They suggest they are not “taking sides on the contractual dispute between Hachette and Amazon” and then go on to ask Amazon to give up its bargaining advantages, as if that request is not taking Hachette’s side.
One last point on the Authors United letter: they close by requesting readers to tell Jeff Bezos what they think and provide his email address. Bezos can tell what readers actually think by looking at Amazon sales – emails aren’t going to cut it.
8,400 sign Change.org petition
Now, let’s look at the petition to Hachette on Change.org to “Stop fighting low prices and fair wages” created by Joe Konrath, Hugh Howey and others and signed by 8,400 people to date.
A key line is “Amazon, in contrast [to big publishers who purportedly control what you can read], trusts you to decide what to read, and they strive to keep the price you pay low. They allow all writers to publish on their platform, and they pay authors between 35% and 70% of the list price of the book.”
The interesting thing is that the dispute is between Hachette (the publisher) and Amazon (the retailer, not Amazon the publisher). There is no doubt that many people are published today because Amazon has let anyone inexpensively self-publish and market their book. To the promoters of this petition, that “freedom” means we should give Amazon a free pass on the rest of its operations. Amazon is good, other publishers are bad. Therefore, support Amazon as it fights against the other publishers.
Authors and readers alike would do well to separate Amazon the publisher from Amazon the retailer. It is Amazon the retailer who is battling Hachette for profit margin.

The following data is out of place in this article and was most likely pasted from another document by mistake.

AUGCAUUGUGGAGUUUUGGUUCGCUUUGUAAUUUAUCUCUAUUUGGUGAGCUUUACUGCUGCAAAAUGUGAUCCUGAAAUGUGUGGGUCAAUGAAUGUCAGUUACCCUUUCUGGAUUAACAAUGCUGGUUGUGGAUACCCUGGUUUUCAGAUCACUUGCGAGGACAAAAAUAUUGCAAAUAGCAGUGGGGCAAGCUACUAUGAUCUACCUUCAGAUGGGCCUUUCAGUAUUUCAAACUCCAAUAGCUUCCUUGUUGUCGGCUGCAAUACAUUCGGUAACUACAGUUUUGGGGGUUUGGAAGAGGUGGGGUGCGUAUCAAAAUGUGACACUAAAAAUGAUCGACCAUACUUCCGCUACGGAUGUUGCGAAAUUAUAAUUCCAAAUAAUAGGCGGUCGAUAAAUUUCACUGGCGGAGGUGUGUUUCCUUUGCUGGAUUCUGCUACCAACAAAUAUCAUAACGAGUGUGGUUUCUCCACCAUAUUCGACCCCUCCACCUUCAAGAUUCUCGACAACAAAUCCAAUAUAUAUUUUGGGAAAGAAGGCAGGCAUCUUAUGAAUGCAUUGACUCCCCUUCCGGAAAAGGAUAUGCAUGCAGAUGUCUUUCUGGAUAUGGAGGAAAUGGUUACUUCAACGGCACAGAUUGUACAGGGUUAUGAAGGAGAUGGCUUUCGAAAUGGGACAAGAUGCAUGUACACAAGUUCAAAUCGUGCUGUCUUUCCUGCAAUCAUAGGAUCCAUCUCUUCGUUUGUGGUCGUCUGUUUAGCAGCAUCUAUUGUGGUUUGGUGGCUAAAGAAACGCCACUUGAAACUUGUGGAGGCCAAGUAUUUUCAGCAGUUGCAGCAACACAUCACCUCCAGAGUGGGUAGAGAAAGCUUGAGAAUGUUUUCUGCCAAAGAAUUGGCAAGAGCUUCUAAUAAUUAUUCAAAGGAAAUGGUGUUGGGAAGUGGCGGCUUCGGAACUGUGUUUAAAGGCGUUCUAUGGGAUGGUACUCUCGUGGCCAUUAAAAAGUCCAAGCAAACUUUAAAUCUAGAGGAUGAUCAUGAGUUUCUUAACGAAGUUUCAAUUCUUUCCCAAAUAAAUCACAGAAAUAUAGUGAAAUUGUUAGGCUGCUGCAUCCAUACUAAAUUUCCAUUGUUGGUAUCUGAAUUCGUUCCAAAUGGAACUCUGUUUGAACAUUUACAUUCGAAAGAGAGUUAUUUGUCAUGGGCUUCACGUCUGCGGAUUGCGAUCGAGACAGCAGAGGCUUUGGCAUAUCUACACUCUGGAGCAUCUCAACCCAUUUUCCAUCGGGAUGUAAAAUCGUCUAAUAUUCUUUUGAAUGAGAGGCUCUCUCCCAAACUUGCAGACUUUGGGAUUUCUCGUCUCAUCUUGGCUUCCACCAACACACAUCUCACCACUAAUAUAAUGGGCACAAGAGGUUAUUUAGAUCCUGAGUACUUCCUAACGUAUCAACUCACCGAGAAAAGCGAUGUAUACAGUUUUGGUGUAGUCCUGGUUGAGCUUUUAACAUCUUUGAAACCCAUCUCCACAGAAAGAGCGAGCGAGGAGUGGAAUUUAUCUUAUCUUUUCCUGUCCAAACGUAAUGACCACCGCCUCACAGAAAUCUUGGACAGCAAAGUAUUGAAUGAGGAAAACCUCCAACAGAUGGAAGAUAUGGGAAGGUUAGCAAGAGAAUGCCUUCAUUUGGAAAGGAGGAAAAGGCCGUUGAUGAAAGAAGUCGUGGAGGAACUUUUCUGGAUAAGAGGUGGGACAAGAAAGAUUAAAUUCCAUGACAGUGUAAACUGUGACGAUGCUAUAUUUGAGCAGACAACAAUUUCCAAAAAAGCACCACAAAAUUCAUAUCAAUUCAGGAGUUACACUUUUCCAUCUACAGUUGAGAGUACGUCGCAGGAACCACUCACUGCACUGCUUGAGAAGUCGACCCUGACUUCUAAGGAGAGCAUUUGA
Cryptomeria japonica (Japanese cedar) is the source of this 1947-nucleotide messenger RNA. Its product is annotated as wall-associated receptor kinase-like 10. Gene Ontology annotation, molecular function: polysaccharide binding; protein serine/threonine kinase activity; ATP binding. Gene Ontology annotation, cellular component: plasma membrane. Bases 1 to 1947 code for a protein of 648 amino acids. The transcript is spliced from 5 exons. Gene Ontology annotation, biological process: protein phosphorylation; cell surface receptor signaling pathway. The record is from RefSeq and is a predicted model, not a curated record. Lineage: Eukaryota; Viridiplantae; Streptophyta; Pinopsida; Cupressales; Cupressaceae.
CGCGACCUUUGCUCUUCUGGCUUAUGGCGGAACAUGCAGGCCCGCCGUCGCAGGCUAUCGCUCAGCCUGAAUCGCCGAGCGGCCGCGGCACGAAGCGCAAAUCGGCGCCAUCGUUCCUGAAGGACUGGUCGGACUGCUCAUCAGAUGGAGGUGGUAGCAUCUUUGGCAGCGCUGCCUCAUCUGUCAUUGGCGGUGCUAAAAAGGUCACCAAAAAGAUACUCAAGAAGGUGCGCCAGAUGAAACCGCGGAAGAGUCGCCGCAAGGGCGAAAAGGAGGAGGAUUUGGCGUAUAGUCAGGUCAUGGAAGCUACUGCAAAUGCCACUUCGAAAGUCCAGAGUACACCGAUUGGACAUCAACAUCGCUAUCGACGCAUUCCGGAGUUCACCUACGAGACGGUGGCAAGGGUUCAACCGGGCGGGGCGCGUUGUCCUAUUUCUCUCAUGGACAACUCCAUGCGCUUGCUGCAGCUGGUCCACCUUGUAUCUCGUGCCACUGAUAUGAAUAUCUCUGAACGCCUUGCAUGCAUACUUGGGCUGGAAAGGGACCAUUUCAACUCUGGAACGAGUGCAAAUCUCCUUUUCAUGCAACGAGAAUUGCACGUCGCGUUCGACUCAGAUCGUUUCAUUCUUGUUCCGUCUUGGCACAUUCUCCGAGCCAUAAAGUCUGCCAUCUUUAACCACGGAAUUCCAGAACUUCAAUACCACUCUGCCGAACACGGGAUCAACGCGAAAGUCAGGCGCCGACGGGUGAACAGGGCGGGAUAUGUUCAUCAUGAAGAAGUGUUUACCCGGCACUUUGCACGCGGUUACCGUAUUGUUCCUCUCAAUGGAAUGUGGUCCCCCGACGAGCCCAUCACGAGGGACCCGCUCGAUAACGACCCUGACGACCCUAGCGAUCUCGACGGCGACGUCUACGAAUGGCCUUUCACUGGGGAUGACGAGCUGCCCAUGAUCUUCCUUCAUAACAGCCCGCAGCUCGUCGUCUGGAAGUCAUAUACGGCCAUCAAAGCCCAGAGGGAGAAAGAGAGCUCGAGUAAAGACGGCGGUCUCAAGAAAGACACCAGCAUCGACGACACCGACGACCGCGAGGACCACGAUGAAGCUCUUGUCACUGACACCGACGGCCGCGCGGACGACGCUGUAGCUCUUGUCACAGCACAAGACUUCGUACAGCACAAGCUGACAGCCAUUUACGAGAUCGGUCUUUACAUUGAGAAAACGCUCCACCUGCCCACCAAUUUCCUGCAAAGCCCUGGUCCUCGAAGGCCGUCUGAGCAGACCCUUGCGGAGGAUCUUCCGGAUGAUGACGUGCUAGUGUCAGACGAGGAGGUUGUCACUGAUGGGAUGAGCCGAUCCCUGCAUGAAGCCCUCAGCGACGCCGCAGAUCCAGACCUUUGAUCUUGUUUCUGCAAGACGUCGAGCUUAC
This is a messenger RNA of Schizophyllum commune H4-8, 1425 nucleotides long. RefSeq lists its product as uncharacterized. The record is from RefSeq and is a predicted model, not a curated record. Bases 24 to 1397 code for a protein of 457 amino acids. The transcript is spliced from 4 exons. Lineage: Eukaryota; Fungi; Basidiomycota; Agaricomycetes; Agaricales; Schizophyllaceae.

The petition itself regards a proposal made by Amazon to create a fund jointly funded by Amazon and Hachette to keep authors whole. How generous of Amazon. While they continue to try to cripple Hachette sales they cause Hachette more pain by making them pay for the decreased sales! A small price for Amazon to pay to help solidify its bargaining position.
The petition is short; the “explanation” is almost 2,500 words. It is a full-out apology for Amazon. So why are these authors so enamored with Amazon? Because their livelihoods depend on it. Self-published authors make most of their sales as ebooks and Amazon sells the most ebooks, by far. If people stop using Amazon and turn to independent bookstores (very few ebook sales) or Barnes and Noble (either brick and mortar or electronic), their sales will plummet. Of course they are in Amazon’s corner.
The 900 might have done better to simply notify the public that because of Amazon taking a hardball approach to the protracted negotiations, readers might find it difficult to buy certain authors’ books from Amazon. While this is no different than what big stores do to their merchants, it is affecting authors. Readers need not be inconvenienced; they can find the books elsewhere. Including QR Codes to Barnes and Noble and a few favorite Indy Bookstores (who might have helped foot the bill) in the notice would help readers easily buy from the alternative stores. If Jeff Bezos saw a decrease in sales, he might reconsider whether his negotiation tactics were working.
The 8,400 should try to take advantage of Amazon’s making it difficult to buy some books by running promotions of their own books.
And we readers should realize that Hachette is looking out for Hachette, Amazon is looking out for Amazon, and we can any book we want even if Amazon isn’t carrying it.